Delhi cuts through PDS debate to launch cash transfers

New initiative to cover whole NCT after positive feedback to 100 family pilot project

jasleen

Jasleen Kaur | October 17, 2012




The Delhi government is likely to take a radical step of phasing out the public distribution system (PDS) as we know it and replace it with cash transfer: a topic of hot debate for quite some time.

Chief minister Sheila Dikshit has approved the proposal drafted by the department of the food and supplies, sources have told Governance Now.

According to the proposal, an amount of Rs 600 will be transferred every month to the bank account of a woman of every BPL household, using aadhar or UID number.

Cash transfer, quite successful in several South American countries, has been advocated as a solution to the leakages of a highly inefficient PDS. It can stop wastage of food grain in transit, corruption in the process and other ills in the system by giving enough cash in the hands of the beneficiary. The woman representative of the household can go to the market and buy the food grain and other essentials.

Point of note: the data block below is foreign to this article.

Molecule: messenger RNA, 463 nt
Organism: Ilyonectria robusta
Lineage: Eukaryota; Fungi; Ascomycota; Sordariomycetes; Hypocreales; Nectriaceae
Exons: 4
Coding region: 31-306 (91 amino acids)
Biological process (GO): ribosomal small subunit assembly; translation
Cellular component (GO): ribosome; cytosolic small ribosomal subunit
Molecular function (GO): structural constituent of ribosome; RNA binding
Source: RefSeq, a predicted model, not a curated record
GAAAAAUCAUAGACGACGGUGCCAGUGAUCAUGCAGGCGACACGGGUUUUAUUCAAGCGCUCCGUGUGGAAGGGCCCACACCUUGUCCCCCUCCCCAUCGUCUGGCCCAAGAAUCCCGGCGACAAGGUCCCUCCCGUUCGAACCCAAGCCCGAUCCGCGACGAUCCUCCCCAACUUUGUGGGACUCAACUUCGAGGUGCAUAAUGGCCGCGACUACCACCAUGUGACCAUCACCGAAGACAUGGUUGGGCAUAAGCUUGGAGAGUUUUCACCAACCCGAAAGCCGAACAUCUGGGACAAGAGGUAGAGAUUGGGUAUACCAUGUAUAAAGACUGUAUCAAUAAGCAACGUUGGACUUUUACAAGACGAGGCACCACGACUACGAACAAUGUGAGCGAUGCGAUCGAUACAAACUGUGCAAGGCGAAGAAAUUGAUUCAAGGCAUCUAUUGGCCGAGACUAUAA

On the other hand, several experts argue that cash is not a solution as it can be spent on inessential items including on liquor – if the male head of the family has his way in many cases. They insist that the right way to go is to revamp the PDS.

To cut through the debate, the Delhi government last year launched a pilot project in Raghubir Nagar, involving 450 BPL families. While 100 of them were given Rs 1,000 a month, the rest continued to receive wheat, rice and sugar from the local ration shops.

At the end of a year, the Self-Employed Women’s Association (SEWA) was brought in to find out what the beneficiaries had to say. A survey found that the 100 families were satisfied with the cash transfer.

The survey analysis showed that though there was little difference between the amounts of wheat, rice and sugar consumed by the two groups, cash transfer had been effective in significantly increasing consumption of pulses, egg, fish and meat. Also, some households even managed to use part of the money on medical needs.

The survey also found that the performance of the ration shops in the west Delhi area improved after the project was started.

Although 96% of those included in the pilot wished to continue receiving cash, many have a strong opinion in favor of the PDS system of subsidized food and fuel, in spite of its many defects.

The survey recommended that the government must gradually introduce the cash transfer scheme and that too as an option, allowing the people to choose between ration cards and cash.

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